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“Does teacher preparation matter? pupil academic achievement and teacher’s college preparation”

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  • Mason, Patrick L.

Abstract

This study examines whether there is differential productivity associated with teachers trained within Florida Agricultural & Mechanical University’s college of education relative to teachers trained in other colleges and schools affiliated with the same university. We also examined whether there is differential productivity associated with alternative majors within and between the college of education and other academic units. We measure the productivity of a teacher by the educational achievement of pupils assigned to that teacher during a given year. We find that among pupils taught by recent graduates of FAMU, there is greater academic achievement among elementary school pupils taught by a teacher with a college major in elementary education than among elementary school pupils taught by a teacher with a college major in either secondary education or a non-education subject area. However, relative to secondary education and non-education majors, elementary education majors provide less value-added in middle school and high school.

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Bibliographic Info

Paper provided by University Library of Munich, Germany in its series MPRA Paper with number 20060.

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Date of creation: 15 Jan 2010
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Handle: RePEc:pra:mprapa:20060

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Related research

Keywords: teacher quality; value-added model; historically black colleges and universities; HBCU; teacher productivity; education and value-added;

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References

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  1. Kane, Thomas J. & Rockoff, Jonah E. & Staiger, Douglas O., 2008. "What does certification tell us about teacher effectiveness? Evidence from New York City," Economics of Education Review, Elsevier, vol. 27(6), pages 615-631, December.
  2. Donald Boyd & Pamela Grossman & Hamilton Lankford & Susanna Loeb & James Wyckoff, 2005. "How Changes in Entry Requirements Alter the Teacher Workforce and Affect Student Achievement," NBER Working Papers 11844, National Bureau of Economic Research, Inc.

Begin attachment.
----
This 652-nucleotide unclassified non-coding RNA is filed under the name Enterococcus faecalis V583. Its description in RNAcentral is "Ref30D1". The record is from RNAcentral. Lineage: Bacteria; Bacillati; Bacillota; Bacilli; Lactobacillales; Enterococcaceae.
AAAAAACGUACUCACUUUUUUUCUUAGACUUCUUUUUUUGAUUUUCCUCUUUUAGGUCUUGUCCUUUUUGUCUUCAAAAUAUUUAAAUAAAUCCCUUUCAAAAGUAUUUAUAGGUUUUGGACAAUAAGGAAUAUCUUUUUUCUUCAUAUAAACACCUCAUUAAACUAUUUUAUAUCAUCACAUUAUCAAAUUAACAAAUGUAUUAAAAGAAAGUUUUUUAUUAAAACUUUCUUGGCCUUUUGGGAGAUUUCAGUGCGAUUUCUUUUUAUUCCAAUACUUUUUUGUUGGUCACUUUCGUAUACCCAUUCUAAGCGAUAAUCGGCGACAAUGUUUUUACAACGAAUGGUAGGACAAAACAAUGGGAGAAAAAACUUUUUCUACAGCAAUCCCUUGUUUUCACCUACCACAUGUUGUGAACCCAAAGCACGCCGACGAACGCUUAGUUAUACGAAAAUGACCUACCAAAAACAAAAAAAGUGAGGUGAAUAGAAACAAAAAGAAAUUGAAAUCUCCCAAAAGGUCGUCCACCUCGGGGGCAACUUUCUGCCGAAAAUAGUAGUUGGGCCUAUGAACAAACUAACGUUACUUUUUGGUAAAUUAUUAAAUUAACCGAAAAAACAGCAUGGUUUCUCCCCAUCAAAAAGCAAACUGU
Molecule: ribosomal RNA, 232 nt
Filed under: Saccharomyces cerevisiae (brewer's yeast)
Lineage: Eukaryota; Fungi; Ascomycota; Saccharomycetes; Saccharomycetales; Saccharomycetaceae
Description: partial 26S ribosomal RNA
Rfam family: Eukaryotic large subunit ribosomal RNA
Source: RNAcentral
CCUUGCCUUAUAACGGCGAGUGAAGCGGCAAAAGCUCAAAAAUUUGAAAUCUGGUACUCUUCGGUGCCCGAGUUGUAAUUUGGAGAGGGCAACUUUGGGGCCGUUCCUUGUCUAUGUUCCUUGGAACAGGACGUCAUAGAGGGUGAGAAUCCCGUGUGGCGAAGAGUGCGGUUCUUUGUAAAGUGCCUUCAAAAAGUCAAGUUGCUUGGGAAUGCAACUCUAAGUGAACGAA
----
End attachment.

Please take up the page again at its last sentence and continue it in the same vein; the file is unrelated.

3. Angrist, Joshua D & Lavy, Victor, 2001. "Does Teacher Training Affect Pupil Learning? Evidence from Matched Comparisons in Jerusalem Public Schools," Journal of Labor Economics, University of Chicago Press, vol. 19(2), pages 343-69, April.
  4. Petra E. Todd & Kenneth I. Wolpin, 2003. "On The Specification and Estimation of The Production Function for Cognitive Achievement," Economic Journal, Royal Economic Society, vol. 113(485), pages F3-F33, February.
  5. Daniel Aaronson & Lisa Barrow & William Sander, 2007. "Teachers and Student Achievement in the Chicago Public High Schools," Journal of Labor Economics, University of Chicago Press, vol. 25, pages 95-135.
  6. Jill Constantine, 2009. "Evaluation of Teachers Trained Through Different Routes to Certification," Mathematica Policy Research Reports 7338, Mathematica Policy Research.
  7. Mary A. Burke & Tim R. Sass, 2013. "Classroom Peer Effects and Student Achievement," Journal of Labor Economics, University of Chicago Press, vol. 31(1), pages 51 - 82.
  8. Donald Boyd & Hamilton Lankford & Susanna Loeb & Jonah Rockoff & James Wyckoff, 2008. "The Narrowing Gap in New York City Teacher Qualifications and its Implications for Student Achievement in High-Poverty Schools," NBER Working Papers 14021, National Bureau of Economic Research, Inc.
  9. Jonah E. Rockoff, 2004. "The Impact of Individual Teachers on Student Achievement: Evidence from Panel Data," American Economic Review, American Economic Association, vol. 94(2), pages 247-252, May.
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Cited by:
  1. Mason, Patrick L., 2010. "Examining FAMU’s supply of teachers: a value-added analysis of college of preparation on pupil academic achievement," MPRA Paper 27904, University Library of Munich, Germany.

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